The next panel of the U.S. Commercial Space Law: Licensing: A Practitioners “Tool Box” was on Space Insurance Contracts. it was moderated by Pamela L. Meredith, Zuckert Scoutt & Rasenberger, LLP.
Jeff Cassidy, President and COO, Global Aerospace, was the first panelist to speak. He gave a brief overview of Global Aerospace and it’s functions. Next he spoke about specific insurance products that were available to satellite operators. He said that insurance coverage begins at launch and covers the satellite for a negotiated period of time.
Next, Sean Fleming, Senior Counsel, Echostar/Hughes Network Systems, spoke about Hughes and its involvement with space insurance, which is from the buyer side. He said that satellite operators buy insurance for a variety of reasons which is often required by investors, but he did note that some companies are self insurers. He stated that there was a variety of contractual obligations that govern risk allocation and what party is responsible for what risk.
John Cozzi, International Space Brokers, spoke next on what insurance brokers and risk management advisors do. He stated that the goal of these entities is to determine a risk profile for a given activity, which includes the full spectrum of risks. The result of this is defining a loss formula which then can be used to develop a policy, which can be taken to the insurance market.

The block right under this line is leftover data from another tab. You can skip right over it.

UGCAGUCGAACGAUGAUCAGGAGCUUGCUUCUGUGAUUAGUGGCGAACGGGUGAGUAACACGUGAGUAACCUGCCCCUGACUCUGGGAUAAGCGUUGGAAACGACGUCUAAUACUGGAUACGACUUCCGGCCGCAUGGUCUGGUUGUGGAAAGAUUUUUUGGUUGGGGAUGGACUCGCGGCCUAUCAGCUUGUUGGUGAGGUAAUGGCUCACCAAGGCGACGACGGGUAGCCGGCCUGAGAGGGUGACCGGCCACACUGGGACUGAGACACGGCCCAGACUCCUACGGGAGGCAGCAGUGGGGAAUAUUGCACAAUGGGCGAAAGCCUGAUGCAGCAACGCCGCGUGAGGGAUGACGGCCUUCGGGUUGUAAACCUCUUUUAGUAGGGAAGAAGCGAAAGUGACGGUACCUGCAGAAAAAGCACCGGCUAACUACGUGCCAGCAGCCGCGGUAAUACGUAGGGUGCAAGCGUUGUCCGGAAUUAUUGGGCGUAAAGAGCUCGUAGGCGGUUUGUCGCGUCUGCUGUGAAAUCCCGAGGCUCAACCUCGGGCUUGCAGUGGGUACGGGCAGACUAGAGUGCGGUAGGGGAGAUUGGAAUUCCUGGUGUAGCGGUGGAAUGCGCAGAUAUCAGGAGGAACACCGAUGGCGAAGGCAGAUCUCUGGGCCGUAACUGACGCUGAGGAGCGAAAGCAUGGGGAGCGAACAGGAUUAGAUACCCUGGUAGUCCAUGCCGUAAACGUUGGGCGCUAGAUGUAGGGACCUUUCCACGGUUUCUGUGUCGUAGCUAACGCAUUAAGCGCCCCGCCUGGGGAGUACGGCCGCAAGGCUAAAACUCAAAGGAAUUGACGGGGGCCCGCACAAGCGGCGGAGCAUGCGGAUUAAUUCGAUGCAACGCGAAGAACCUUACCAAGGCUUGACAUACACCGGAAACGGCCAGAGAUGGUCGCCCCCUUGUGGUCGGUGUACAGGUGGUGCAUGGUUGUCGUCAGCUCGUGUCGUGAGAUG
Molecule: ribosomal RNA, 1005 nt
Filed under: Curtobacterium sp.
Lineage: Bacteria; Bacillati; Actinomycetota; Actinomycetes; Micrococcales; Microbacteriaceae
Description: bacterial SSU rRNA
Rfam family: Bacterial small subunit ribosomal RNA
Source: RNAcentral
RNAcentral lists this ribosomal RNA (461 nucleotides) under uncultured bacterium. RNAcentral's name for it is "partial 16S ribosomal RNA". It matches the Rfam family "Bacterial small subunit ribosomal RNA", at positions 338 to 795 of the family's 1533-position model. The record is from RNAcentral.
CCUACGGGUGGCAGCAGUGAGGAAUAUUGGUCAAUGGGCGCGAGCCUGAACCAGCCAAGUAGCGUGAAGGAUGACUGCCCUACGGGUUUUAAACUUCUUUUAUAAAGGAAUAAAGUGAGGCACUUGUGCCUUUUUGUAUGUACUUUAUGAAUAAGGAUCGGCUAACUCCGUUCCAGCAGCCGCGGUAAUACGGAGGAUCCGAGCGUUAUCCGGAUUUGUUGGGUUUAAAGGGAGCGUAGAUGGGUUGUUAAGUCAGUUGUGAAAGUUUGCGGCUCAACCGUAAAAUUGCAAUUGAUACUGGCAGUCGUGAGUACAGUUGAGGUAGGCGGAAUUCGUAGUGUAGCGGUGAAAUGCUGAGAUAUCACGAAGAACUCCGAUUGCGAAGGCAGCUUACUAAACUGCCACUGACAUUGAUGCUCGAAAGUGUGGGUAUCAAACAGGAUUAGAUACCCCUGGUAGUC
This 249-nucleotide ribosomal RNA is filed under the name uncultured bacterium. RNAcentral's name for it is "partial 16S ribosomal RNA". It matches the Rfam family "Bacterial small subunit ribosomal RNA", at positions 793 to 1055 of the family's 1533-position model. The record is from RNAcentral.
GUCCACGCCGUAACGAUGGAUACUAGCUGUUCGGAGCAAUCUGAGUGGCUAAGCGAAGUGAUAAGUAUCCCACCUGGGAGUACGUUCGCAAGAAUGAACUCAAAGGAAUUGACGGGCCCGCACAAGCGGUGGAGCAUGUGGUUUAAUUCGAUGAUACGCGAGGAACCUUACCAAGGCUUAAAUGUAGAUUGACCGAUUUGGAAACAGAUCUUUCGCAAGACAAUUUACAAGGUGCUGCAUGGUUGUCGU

Mark Quinn, Senior VP & Americas Practice Leader, Willis Inspace, was the final speaker. He stated that insurance companies in space activities will not underwrite the entire risk for a given activity due to the high monetary value of the policies. Instead, these activities will be covered by 15-20 different companies each of which is underwriting a portion of the risk. This involves the negotiation of contracts with terms between the underwriters and the insured.
The panel then discussed the various considerations that go into insurance company’s decision to insure, as well as issues related to final settlement in the case of a loss.